Max Planck Institute of Colloids and Interfaces, Colloids Department, Am Mühlenberg 1 14476 Potsdam-Golm, Germany
The chemistry of ionic liquids (ILs) over the past 20 years has expanded beyond a mere curiosity and is now a research frontier that includes chemists, engineers, and material scientists. The unique aspect of ILs is their versatility and ability to be custom tailored to suit a vast number of purposes. The Guterman Group is inspired by the unprecedented chemistry of novel ILs, their ability to form N-heterocyclic carbenes (NHCs), and complex with small-molecules and p-block elements. Our goal is to expand synthetically curious small-molecules beyond the round-bottom flask to tackle industrially relevant problems while pushing limits in fundamental chemistry. In this talk I will demonstrate in detail how we start from a foundation in molecular chemistry and move towards material science and finally to solve real-world problems. In specific, three topics will be presented including i) the use of NHC-stabilized cations as a new class of alkylating reagents, ii) biocomposites derived from ionic liquid lignin and iii) novel battery binders for lithium-sulphur batteries. The ability to apply small-molecule chemistry towards these disparate fields demonstrates the robustness of our “molecules-to-materials” methodology and provides us with the flexibility and focus needed to solve pressing technological challenges.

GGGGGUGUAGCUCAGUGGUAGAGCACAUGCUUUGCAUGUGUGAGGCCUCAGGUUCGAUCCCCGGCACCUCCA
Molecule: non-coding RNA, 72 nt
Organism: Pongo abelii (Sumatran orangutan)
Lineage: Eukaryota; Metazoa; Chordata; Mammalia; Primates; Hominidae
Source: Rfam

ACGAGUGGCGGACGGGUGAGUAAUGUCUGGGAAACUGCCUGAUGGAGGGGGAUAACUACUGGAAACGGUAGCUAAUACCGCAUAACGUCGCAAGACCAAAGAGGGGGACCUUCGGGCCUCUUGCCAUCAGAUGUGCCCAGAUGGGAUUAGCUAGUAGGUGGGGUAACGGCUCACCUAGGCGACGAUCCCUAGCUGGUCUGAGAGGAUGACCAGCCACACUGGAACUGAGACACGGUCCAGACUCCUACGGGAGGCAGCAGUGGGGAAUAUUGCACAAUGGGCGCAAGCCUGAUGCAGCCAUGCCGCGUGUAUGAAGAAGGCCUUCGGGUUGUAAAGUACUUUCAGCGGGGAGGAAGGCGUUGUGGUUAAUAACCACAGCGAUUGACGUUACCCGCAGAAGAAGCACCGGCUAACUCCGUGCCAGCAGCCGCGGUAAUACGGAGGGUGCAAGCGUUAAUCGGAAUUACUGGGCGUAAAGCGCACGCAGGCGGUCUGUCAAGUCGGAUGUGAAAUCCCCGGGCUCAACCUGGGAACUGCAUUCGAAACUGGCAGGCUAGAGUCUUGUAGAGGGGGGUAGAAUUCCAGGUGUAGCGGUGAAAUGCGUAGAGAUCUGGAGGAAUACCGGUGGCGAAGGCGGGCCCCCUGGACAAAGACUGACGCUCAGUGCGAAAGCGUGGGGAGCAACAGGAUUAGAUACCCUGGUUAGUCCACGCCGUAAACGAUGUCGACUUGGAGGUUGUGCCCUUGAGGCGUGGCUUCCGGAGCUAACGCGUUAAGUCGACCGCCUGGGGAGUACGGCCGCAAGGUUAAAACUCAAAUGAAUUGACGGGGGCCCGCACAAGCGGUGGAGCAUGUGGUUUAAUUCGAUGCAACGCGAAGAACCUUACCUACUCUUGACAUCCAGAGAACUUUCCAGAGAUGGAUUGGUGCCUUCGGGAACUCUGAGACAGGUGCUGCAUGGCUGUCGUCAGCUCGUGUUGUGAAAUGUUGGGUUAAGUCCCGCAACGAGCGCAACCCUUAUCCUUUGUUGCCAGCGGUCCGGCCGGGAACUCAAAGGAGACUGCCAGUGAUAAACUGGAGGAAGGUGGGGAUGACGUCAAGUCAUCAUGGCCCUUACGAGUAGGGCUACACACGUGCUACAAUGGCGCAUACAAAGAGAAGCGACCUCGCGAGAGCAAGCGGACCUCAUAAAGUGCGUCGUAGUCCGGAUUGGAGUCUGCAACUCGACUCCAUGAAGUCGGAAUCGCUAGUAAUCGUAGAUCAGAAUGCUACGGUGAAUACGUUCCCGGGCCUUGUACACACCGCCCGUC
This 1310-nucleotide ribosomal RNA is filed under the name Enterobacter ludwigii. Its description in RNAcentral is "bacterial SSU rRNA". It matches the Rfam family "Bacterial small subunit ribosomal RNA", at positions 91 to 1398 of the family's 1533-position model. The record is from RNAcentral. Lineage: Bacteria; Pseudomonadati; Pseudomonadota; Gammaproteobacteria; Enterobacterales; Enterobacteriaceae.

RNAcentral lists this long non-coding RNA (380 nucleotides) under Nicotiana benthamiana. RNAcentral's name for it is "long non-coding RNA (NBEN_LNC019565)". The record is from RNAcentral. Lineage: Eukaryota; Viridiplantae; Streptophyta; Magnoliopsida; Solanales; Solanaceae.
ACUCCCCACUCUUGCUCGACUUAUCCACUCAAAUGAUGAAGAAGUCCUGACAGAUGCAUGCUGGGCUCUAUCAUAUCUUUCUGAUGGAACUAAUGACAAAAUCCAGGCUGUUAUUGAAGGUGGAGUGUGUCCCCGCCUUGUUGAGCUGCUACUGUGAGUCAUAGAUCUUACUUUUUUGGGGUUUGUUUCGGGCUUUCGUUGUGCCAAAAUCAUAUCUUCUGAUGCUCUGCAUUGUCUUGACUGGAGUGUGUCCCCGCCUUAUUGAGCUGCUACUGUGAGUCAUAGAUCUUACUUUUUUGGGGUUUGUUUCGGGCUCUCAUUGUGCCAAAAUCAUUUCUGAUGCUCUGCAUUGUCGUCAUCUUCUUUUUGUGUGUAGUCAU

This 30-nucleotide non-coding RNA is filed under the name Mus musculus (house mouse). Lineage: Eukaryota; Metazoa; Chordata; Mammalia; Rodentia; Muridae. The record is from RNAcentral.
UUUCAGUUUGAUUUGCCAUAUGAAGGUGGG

Dr. Ryan Guterman is a Group Leader at the Max Planck Institute of Colloids and Interfaces (MPIKG; Potsdam, Germany). He received his BSc (2010) and PhD (2015) from Western University (London Ontario, Canada) before moving to Germany late 2015. His research straddles the fields of synthesis, fundamental chemistry, materials chemistry, and polymer science and seeks to combine them in new ways to spur discovery. During his PhD he worked with Prof. Elizabeth Gillies and Prof. Paul Ragogna to develop novel photopolymerization methods for a variety of different organophosphorus compounds including the primary phosphines, fluorinated ionic liquids, and others. Upon moving to MPIKG his focused shifted towards material science for applications in energy and green materials before founding his own research group in 2017. Since then he has continued his goal to amalgamate disparate fields of chemistry and has broadened his scope to develop novel alkylating reagents to tackle problems in synthesis, biochemistry, and beyond. Dr. Guterman also enjoys a plethora of music, eats both black and green olives, and is known to strum a guitar once in a blue moon.